View of Vauxhall station serving as the Grand Junction Railway's temporary Birmingham terminus in 1837
Ref: lnwrvd1505
Drakle's Road Book
View of Vauxhall station serving as the Grand Junction Railway's temporary Birmingham terminus in 1837
Looking from the New Street end of the up slow platform towards the station building on Duddeston Mill Road
Ref: lnwrvd1485
JD Norton
Looking from the New Street end of the up slow platform towards the station building on Duddeston Mill Road
Close up showing railway sleepers stacked on the island platform which served both slow lines
Ref: lnwrvd1485a
JD Norton
Close up showing railway sleepers stacked on the island platform which served both slow lines
Close up of the passenger waiting room located on the island platform serving the up and down fast lines
Ref: lnwrvd1485b
JD Norton
Close up of the passenger waiting room located on the island platform serving the up and down fast lines
View of part of the burnt out booking office sited on the bridge and the island platform serving both fast lines
Ref: lnwrvd1487
JD Norton
View of part of the burnt out booking office sited on the bridge and the island platform serving both fast lines

Close up showing the unusual bench seat and the water tank located adjacent to Duddeston Mill Road bridge
Ref: lnwrvd1487a
JD Norton
Close up showing the unusual bench seat and the water tank located adjacent to Duddeston Mill Road bridge
Looking towards Aston from the Curzon Street end of the platforms serving both fast lines on 14th September 1956
Ref: lnwrvd98
HC Casserley
Looking towards Aston from the Curzon Street end of the platforms serving both fast lines on 14th September 1956
Close up showing in greater detail the goods facilities at Vauxhall and Duddeston on 14th September 2011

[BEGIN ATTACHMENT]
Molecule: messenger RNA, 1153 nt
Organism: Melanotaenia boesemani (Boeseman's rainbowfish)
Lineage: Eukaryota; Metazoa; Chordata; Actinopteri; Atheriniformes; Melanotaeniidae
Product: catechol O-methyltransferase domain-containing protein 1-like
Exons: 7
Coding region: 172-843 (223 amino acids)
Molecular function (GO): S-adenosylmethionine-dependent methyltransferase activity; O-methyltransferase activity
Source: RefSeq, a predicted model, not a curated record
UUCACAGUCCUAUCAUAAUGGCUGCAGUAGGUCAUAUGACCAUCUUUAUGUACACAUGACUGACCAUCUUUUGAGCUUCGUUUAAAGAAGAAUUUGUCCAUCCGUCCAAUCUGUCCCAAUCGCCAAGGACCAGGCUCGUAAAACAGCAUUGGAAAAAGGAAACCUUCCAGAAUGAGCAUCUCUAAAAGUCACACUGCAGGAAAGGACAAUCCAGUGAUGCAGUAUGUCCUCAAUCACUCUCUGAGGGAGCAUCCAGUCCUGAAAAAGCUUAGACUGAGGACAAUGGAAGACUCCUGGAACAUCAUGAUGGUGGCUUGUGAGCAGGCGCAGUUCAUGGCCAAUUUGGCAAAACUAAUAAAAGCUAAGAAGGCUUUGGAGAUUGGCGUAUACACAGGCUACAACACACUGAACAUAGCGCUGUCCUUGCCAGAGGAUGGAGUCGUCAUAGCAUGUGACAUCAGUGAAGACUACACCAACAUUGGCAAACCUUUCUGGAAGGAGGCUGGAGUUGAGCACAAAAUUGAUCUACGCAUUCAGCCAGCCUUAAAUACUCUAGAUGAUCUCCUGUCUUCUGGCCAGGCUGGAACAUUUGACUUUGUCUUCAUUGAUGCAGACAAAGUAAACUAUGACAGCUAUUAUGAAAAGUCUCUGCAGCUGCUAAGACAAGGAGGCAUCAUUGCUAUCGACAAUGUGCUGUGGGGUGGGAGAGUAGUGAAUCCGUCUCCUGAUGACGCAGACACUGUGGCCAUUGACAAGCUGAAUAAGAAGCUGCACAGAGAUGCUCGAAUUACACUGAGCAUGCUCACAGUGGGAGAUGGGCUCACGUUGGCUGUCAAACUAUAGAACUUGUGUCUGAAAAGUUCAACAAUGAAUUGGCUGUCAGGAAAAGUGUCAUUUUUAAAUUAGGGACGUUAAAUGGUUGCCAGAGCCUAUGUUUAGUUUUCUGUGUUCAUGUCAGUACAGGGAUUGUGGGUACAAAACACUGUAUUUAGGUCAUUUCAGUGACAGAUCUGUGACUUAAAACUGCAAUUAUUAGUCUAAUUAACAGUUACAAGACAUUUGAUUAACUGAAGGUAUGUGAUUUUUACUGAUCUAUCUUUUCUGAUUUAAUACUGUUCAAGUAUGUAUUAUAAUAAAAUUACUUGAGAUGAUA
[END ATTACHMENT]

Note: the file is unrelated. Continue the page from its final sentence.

Ref: lnwrvd98a
HC Casserley
Close up showing in greater detail the goods facilities at Vauxhall and Duddeston on 14th September 2011
Close up showing the timber framed workmen's hut on the island platforms serving both of the fast lines
Ref: lnwrvd98b
HC Casserley
Close up showing the timber framed workmen's hut on the island platforms serving both of the fast lines
View of the station after the main station building on the bridge had been rebuilt as seen on 15th April 1961
Ref: lnwrvd1486
JD Norton
View of the station after the main station building on the bridge had been rebuilt as seen on 15th April 1961

Close up showing the brick built passenger waiting room located on the island platform serving the slow lines
Ref: lnwrvd1486a
JD Norton
Close up showing the brick built passenger waiting room located on the island platform serving the slow lines
Close up showing the station's re-built booking office located above the up slow and down fast lines
Ref: lnwrvd1486b
JD Norton
Close up showing the station's re-built booking office located above the up slow and down fast lines
Close up showing the passenger accommodation located on the island platform serving the fast lines
Ref: lnwrvd1486c
JD Norton
Close up showing the passenger accommodation located on the island platform serving the fast lines
A number of Saltley men wait on Vauxhall & Duddeston station for the next train to New Street during the late 1960s
Ref: lnwrvd3702
Anon
Saltley men wait on Vauxhall & Duddeston station for the next train to New Street during the late 1960s
Ex-LNWR 7F 0-8-0 No 48930 is seen waiting to depart Vauxhall & Duddeston with an SLS special on 2nd June 1962
Ref: lnwrvd2313
R Shenton
Ex-LNWR 7F 0-8-0 No 48930 is seen waiting to depart Vauxhall & Duddeston with an SLS special on 2nd June 1962

LMS designed (built 1949, diagram D2172) Royal Mail Stowage Van (POS) M30270 at Vauxhall & Duddeston station
Ref: lnwrvd2770
J Doubleday
LMS designed Royal Mail Stowage Van M30270 seen standing at Vauxhall & Duddeston station

Ordnance Survey Maps and Schematic Diagram

An 1886 25 inch to the mile OS map showing Vauxhall & Duddeston station to the north of Duddeston Mill Road
Ref: lnwrvd2771
National Library of Scotland
An 1886 25 inch to the mile OS map showing Vauxhall & Duddeston station to the north of Duddeston Mill Road
A 1902 25 inch to the mile OS map showing Vauxhall & Duddeston station to the south of Duddeston Mill Road
Ref: lnwrvd3700
National Library of Scotland
A 1902 25 inch to the mile OS map showing Vauxhall & Duddeston station to the south of Duddeston Mill Road
A 1913 25 inch to the mile OS map showing Vauxhall & Duddeston station to the south of Duddeston Mill Road
Ref: lnwrvd3701
National Library of Scotland
A 1913 25 inch to the mile OS map showing Vauxhall & Duddeston station to the south of Duddeston Mill Road
Schematic showing the lines between Aston and Curzon street with the branch to Windsor Street Goods station
Ref: lnwrvd2312
Anon
Schematic showing the lines between Aston and Curzon street and Vauxhall & Duddeston station

Vauxhall & Duddeston Station (20) Vauxhall Shed (11)